Dig up and make new

Often I have need......or an excuse?.....to replant a part of my garden. Maybe a shrub has died or has served its purpose and it's removal creates a brand new area to plan, design and plant up. Last year it was a combination of shrub and lawn removal. It was exciting to do and has proved quite successful and rewarding. So, when a conifer, shrub, etc no longer performs well I am quite brutal and keen to seize the opportunity. Who else is planning this soon?


  • nutcutletnutcutlet Posts: 24,029

    I'm always at it Verdun. Very satisfying. This garden is built on old gravel diggings with rubbish dumped. I planted stuff where i could find soil without too much brick rubble/glass/plastic/agricultural poison containers and have since taken an area at a time, dug out rubbish, added the contents of the compost heap and planted. If I live long enough I'll get round the whole garden

  • Hi Verdun.

    today i moved a large fern, i hope to build a stumpery, i also aim to incorporate a small pond.

    i have also widened a boarder, i realise now that i should have marked clearly beforehand to have  marked where i had previously planted bulbs!

  • I have just asked on another thread can i move things now? My garden is still very new to me and very straight. Im gathering i can move stuff now so my gardens having an over haulimage
  • nutcutletnutcutlet Posts: 24,029

    Forget where the bulbs are? The most extreme example of this was 20 minutes after I'd planted themimage

  • nutcutletnutcutlet Posts: 24,029

    All the stuff to do later is a good reason for doing some now.

    er, um, no, can't remember who I am. Yes, hang on a minute. No, it's gone again.

  • Nutcutlet. Im not that bad yet. Mind you, a friend fetched back some black tulips from Amsterdam last year for me and planted them. An hour after I spoke to my neighbour and he said that we had Squigs (squirrels) and that they would dig them up. Mum and I spent a further two hours searching. Head torches and all. We got them all but one. I have found it now as its started growing in the garden.

    Verdun, thats good news. I will start moving stuff when the rain has gone image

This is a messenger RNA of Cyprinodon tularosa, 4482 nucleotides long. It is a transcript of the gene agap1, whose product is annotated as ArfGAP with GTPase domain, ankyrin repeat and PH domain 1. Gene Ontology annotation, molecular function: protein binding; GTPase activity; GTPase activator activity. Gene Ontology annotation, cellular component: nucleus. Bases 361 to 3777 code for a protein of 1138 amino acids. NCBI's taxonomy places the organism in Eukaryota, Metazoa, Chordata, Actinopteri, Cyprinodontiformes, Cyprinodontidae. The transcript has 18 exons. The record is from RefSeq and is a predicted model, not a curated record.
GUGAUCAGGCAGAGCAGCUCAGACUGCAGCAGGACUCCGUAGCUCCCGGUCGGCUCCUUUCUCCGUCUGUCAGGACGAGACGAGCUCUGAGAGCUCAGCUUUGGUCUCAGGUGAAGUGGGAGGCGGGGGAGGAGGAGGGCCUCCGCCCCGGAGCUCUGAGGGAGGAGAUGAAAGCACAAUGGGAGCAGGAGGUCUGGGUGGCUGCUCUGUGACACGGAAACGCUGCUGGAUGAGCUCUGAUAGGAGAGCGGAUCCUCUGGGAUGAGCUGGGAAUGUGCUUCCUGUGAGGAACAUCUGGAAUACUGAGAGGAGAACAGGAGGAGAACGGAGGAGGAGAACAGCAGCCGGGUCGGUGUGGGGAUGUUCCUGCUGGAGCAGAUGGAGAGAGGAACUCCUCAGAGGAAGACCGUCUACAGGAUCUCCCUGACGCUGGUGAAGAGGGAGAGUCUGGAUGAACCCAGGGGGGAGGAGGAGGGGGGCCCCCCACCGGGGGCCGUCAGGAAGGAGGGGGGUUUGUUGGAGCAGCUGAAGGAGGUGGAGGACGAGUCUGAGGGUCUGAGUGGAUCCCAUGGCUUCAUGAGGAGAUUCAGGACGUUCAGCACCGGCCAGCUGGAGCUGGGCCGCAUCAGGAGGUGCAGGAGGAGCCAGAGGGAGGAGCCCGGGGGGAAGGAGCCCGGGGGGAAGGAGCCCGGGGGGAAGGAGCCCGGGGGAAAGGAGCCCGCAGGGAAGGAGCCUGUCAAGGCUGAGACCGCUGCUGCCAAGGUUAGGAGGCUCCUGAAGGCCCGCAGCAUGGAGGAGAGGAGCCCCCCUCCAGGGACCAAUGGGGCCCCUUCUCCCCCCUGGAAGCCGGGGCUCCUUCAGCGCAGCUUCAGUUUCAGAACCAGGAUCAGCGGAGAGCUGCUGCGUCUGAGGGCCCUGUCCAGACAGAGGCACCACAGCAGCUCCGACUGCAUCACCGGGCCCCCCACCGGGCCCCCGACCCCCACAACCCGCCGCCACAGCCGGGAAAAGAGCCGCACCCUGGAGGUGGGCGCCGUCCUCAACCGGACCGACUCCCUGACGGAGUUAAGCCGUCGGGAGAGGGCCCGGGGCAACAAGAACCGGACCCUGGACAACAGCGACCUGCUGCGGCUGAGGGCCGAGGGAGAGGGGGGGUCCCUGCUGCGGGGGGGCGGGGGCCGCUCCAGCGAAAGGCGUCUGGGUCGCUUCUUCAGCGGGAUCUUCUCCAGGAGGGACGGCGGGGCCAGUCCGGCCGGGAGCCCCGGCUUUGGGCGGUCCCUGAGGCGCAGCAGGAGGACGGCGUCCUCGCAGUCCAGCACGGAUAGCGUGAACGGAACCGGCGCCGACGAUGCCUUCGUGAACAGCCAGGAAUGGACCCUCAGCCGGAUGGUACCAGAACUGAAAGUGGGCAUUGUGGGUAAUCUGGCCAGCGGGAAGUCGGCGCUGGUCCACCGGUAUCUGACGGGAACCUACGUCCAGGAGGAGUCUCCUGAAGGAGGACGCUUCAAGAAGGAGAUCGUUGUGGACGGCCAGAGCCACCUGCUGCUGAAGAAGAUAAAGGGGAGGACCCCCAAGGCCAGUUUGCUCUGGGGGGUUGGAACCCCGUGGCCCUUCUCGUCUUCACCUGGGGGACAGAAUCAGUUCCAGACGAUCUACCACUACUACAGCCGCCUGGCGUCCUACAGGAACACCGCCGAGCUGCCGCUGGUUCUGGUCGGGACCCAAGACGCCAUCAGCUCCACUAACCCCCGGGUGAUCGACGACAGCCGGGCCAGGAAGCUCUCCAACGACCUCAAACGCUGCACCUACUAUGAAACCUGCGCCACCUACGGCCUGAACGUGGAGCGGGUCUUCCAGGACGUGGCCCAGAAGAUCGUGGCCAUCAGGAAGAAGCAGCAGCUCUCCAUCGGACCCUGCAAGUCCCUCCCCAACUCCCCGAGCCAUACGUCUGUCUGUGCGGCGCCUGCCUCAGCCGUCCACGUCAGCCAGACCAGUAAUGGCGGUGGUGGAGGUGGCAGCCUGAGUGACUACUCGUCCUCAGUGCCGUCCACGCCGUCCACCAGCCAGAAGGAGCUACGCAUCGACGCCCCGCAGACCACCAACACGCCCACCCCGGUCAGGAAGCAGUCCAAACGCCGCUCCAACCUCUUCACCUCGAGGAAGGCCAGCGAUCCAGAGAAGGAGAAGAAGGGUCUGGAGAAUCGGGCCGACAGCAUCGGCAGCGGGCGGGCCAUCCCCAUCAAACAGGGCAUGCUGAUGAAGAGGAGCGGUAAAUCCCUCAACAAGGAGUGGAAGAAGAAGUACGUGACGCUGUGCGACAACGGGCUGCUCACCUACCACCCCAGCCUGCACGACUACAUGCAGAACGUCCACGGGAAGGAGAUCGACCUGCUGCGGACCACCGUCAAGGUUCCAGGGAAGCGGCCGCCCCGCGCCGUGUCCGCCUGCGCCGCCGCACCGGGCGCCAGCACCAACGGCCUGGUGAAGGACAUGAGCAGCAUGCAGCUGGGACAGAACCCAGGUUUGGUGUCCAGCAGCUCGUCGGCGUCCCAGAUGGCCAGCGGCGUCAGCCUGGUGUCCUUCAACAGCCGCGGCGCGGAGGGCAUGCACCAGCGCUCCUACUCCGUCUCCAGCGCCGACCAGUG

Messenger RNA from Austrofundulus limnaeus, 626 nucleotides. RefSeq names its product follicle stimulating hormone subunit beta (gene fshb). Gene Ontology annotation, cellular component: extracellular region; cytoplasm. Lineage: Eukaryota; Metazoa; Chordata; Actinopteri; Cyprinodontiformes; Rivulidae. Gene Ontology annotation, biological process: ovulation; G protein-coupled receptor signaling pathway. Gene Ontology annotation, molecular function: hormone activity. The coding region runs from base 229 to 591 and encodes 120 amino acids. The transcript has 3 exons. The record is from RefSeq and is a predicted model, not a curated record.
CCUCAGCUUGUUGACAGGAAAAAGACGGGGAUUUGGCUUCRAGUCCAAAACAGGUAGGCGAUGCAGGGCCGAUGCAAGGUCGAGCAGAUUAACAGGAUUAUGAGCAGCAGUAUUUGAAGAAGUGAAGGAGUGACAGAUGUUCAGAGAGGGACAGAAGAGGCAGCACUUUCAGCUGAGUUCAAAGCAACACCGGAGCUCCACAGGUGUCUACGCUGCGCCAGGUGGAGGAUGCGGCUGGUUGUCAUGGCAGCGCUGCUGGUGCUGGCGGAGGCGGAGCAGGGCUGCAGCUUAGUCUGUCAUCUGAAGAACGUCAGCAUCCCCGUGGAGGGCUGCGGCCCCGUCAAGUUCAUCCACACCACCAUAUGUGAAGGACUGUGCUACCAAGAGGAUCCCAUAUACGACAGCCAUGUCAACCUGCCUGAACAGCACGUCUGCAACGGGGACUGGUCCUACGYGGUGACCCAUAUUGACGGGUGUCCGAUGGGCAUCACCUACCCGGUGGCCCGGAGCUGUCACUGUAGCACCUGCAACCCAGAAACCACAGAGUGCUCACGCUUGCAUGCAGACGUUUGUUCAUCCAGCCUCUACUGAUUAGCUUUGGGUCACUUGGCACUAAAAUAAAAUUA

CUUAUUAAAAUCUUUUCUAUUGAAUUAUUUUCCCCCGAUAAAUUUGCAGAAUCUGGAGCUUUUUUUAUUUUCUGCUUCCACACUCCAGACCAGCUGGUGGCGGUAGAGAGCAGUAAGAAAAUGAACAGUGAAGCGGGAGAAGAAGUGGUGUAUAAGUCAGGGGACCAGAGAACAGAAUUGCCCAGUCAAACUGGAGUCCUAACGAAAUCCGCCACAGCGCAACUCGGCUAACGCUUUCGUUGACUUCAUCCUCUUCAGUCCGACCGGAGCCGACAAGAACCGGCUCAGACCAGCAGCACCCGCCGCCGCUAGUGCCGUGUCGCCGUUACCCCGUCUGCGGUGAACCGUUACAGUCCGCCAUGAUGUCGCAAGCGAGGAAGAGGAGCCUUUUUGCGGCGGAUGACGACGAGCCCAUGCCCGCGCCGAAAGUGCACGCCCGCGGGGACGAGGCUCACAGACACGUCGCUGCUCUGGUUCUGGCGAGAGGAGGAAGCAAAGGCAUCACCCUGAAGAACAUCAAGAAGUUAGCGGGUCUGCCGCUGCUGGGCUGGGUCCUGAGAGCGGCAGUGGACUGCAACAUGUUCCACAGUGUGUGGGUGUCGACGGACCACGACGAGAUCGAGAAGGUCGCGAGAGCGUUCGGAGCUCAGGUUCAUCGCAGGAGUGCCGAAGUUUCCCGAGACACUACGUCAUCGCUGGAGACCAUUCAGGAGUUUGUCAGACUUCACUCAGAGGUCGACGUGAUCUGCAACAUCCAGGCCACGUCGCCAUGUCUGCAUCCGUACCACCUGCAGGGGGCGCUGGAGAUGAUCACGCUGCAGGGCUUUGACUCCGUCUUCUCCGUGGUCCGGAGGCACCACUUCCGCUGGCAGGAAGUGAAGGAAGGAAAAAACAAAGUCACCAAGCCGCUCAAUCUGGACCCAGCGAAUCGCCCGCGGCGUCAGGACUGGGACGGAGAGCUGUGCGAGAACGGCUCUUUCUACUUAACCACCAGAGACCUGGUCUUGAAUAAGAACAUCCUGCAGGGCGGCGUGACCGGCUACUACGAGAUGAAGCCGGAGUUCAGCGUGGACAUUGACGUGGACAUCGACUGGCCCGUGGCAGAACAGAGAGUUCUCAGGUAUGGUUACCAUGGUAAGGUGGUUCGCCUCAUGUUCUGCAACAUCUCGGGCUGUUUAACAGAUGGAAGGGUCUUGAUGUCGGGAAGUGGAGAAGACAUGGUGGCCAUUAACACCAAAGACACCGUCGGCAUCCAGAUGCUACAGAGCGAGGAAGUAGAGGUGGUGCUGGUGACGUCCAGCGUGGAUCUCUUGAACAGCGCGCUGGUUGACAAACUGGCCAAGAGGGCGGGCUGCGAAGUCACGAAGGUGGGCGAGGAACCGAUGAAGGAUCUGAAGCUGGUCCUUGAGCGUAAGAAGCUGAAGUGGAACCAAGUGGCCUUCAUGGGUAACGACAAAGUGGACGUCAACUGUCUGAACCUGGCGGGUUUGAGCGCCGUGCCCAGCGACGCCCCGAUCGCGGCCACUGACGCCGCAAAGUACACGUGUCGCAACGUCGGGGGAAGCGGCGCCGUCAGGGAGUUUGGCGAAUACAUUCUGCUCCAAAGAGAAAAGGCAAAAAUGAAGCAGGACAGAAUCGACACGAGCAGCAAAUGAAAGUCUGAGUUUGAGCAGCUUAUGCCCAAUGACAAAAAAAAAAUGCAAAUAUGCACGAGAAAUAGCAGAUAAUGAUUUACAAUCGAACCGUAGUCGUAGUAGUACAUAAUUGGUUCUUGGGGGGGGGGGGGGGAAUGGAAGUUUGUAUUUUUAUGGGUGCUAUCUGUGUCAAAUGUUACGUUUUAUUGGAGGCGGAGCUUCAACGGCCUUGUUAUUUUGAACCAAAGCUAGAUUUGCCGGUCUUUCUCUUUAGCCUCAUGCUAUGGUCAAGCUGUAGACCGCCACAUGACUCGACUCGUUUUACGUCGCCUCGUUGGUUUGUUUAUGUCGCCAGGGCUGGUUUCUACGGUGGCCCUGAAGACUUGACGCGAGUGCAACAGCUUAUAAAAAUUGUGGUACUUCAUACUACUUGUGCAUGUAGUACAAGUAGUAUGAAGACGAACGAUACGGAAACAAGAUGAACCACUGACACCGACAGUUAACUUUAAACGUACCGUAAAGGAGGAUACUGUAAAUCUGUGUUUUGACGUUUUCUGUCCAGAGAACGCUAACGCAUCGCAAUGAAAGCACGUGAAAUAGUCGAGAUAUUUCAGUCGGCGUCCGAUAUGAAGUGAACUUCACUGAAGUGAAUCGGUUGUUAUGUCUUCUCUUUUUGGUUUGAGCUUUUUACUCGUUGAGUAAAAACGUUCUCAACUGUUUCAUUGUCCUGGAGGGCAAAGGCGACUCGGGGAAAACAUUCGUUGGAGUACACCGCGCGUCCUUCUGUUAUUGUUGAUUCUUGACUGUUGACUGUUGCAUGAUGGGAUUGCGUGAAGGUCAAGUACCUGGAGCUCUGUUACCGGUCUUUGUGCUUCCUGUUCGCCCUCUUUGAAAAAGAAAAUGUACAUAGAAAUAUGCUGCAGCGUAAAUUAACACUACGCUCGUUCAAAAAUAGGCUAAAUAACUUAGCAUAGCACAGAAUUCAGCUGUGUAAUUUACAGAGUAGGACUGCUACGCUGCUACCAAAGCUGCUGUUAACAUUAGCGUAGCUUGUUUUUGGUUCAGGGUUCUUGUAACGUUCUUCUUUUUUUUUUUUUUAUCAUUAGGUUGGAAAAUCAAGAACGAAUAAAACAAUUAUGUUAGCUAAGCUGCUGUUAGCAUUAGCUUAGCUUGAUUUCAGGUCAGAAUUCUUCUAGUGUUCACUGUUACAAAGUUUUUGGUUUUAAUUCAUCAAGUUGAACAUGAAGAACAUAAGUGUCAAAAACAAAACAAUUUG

• SFordSFord Posts: 224

    I removed a twisted hazel in October after it got far too big for one of my borders (despite radical pruning).  I have mulched and put compost down to be taken into the soil over winter and also planted a David Austin climbing rose (Gertrude Jekyll) to train against the fence.  My new year's resolution it to think carefully about what is going to go in place of the hazel - I am determined not to buy loads of plants just because I like them and just plant them anyoldhow.  I do fancy a nice hebe at the front, along with a couple of lavenders and then perennials and annuals like the rest of the border.

  • nutcutletnutcutlet Posts: 24,029

    Nice picture Sam.

    Novel idea SFord, not buying plants randomly. I'll give that one some thought. Won't change anything I'm sure. That's why I've got so many things in pots waiting for a home.

  • SFordSFord Posts: 224

    In answer to Verdun's original post, I do give plants a chance before I decide they have to go.  Once they've had their last chance, thats it!  Living in Cornwall, most things do reasonably well but the thing that causes problems is the strong wind and the salt laden sea breezes we get (I live very close to the camel estury).

  • I like to re-do a border after a few years and joy re-planting shrubs or plants .image

  • Do you guys find the salt causes alot of problems then?

  • SFordSFord Posts: 224

    Hi Verdun - Yes, lots of growth already (hoping we dont get a frost now!).  My roses are showing shoots already and I still have japanese anenomes and penstemon still flowering in the garden from the summer.

    I also use sand mixed in with top soil for my carrots.  Keep meaning to collect seaweed too but have to choose my moments to fight my way through the visitors!  Christmas and new year were incredibly busy.

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